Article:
Count your blessings, people!
While most of us were preparing for Thanksgiving this year, a pair of Jamaican fisherman set out on a routine 3-day fishing trip off Jamaica's southeastern coast. A usual, the men, Everton Gregory, 54, and John Sobah, 58, had 14 buckets of ice, 16 gallons of water and several bags of cereal, bread and fruit to keep they going for several days.
As they set out, the water was calm and the winds were normal, but things changed drastically when their motor broke down without a way to repair it at sea. The water was also too deep for them to anchor up and their boat began drifting away from the Caribbean island. The men were reportedly stranded at see for 3 weeks, before being rescued.
On Dec. 12, a Colombian navy helicopter patrolling off the coast of that South American country spotted the men near Lack of Sleep cay, more than 500 miles (800 kilometers) from where they started. It took two days for a navy vessel to reach them because of bad weather. The men were hospitalized for several days at the Colombian island of San Andres before boarding a plane back home to Jamaica.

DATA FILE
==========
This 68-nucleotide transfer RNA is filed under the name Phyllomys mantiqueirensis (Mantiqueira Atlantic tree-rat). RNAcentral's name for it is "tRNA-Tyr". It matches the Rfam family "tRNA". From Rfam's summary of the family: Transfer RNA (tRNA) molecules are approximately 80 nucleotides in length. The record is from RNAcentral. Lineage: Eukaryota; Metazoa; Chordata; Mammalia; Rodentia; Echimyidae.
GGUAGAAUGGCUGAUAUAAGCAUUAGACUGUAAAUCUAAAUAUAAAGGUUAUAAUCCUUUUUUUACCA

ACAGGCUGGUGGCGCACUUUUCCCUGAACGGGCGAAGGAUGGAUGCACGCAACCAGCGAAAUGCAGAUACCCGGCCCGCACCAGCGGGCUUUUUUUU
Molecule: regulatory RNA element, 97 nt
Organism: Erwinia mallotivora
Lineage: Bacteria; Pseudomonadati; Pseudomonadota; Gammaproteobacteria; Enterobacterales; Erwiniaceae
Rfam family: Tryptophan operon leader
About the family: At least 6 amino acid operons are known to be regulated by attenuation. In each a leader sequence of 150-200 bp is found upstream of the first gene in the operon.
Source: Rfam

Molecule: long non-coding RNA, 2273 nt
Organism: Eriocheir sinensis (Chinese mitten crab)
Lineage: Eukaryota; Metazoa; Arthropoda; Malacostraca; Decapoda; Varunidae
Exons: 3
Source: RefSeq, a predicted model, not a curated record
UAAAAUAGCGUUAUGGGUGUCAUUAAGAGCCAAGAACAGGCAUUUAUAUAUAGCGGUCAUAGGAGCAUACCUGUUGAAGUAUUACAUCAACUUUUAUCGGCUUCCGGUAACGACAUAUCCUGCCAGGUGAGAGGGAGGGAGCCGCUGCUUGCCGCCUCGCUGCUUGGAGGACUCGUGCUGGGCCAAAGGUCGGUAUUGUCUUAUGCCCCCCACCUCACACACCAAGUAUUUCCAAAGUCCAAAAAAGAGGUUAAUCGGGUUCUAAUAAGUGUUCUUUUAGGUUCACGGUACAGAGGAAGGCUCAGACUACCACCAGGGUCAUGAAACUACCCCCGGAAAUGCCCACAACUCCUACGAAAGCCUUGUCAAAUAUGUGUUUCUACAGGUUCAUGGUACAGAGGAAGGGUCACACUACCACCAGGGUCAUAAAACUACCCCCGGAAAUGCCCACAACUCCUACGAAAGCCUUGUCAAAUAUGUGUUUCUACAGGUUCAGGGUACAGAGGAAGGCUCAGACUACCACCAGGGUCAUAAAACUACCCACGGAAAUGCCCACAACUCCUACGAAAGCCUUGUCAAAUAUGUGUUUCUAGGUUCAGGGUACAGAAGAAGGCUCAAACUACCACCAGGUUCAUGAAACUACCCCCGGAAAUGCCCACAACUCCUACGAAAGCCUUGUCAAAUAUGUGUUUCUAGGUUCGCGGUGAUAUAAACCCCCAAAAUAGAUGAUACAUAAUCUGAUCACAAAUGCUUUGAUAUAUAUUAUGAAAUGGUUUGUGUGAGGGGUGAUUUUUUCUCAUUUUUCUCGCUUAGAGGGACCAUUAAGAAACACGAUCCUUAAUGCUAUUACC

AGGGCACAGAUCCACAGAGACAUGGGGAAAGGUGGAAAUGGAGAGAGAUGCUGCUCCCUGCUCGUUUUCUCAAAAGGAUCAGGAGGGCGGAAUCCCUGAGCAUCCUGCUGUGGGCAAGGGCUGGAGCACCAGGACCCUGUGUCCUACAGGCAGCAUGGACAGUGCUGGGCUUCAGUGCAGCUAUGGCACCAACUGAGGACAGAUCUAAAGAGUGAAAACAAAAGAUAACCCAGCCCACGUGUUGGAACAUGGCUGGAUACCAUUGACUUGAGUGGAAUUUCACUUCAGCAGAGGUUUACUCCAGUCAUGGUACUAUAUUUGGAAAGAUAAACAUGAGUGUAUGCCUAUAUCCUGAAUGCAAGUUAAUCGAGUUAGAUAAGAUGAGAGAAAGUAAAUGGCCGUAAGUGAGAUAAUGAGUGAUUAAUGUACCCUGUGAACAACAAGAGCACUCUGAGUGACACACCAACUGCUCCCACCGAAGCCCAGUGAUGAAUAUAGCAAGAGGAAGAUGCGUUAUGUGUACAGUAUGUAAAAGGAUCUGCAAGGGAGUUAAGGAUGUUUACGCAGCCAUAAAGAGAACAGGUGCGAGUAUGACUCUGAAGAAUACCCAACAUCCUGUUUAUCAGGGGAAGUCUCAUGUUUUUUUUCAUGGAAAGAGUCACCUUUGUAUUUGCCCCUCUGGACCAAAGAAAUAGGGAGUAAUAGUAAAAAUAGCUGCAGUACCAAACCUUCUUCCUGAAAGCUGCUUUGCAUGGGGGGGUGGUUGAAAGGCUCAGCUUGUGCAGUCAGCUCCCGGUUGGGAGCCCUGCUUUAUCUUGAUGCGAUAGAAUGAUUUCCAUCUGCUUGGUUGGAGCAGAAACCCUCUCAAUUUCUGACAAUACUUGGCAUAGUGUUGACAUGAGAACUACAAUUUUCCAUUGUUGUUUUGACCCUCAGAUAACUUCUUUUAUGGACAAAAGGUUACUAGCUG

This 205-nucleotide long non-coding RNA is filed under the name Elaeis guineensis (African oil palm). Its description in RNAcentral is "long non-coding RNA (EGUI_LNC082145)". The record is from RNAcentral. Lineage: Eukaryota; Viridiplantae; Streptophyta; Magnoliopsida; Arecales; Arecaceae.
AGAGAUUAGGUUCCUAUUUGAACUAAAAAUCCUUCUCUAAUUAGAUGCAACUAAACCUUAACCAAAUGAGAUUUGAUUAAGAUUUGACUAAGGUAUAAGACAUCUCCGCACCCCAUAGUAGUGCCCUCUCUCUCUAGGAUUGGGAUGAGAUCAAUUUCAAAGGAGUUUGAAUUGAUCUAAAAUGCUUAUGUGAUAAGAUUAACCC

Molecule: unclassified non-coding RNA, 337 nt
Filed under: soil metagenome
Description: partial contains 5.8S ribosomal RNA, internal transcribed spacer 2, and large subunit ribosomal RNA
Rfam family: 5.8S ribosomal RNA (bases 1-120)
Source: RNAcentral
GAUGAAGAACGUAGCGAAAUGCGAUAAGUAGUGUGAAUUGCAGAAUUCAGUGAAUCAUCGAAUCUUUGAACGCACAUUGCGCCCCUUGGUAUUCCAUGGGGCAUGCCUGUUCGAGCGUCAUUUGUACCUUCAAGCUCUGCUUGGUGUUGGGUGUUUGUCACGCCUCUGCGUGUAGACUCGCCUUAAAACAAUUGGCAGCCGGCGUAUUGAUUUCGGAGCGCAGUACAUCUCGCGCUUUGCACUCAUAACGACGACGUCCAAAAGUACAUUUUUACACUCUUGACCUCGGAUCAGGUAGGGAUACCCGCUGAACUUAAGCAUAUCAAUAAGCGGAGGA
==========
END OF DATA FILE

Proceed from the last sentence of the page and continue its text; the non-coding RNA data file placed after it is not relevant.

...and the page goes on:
The two Jamaican fishermen survived by eating raw fish they caught and drinking water from melted ice they had brought to preserve their catch. The Colombian navy finally plucked them from the sea a week ago and delivered them home Saturday after treating them for severe dehydration, malnutrition and hypothermia.
At first, the men got by on sipping the water and eating the food they brought with them. But days turned into weeks, and they began to eat the fish they had caught and drink the melted ice that had kept it fresh.
Gregory and Sobah kept eating raw fish and used a tarp to try to collect water, but the rain clouds remained at a distance.
Back home, friends and family called police and used their own boats to search the area where the men were last seen. The two fishermen work for the Florida-based nonprofit group Food for the Poor, which chartered a plane to search along Jamaica's coast.
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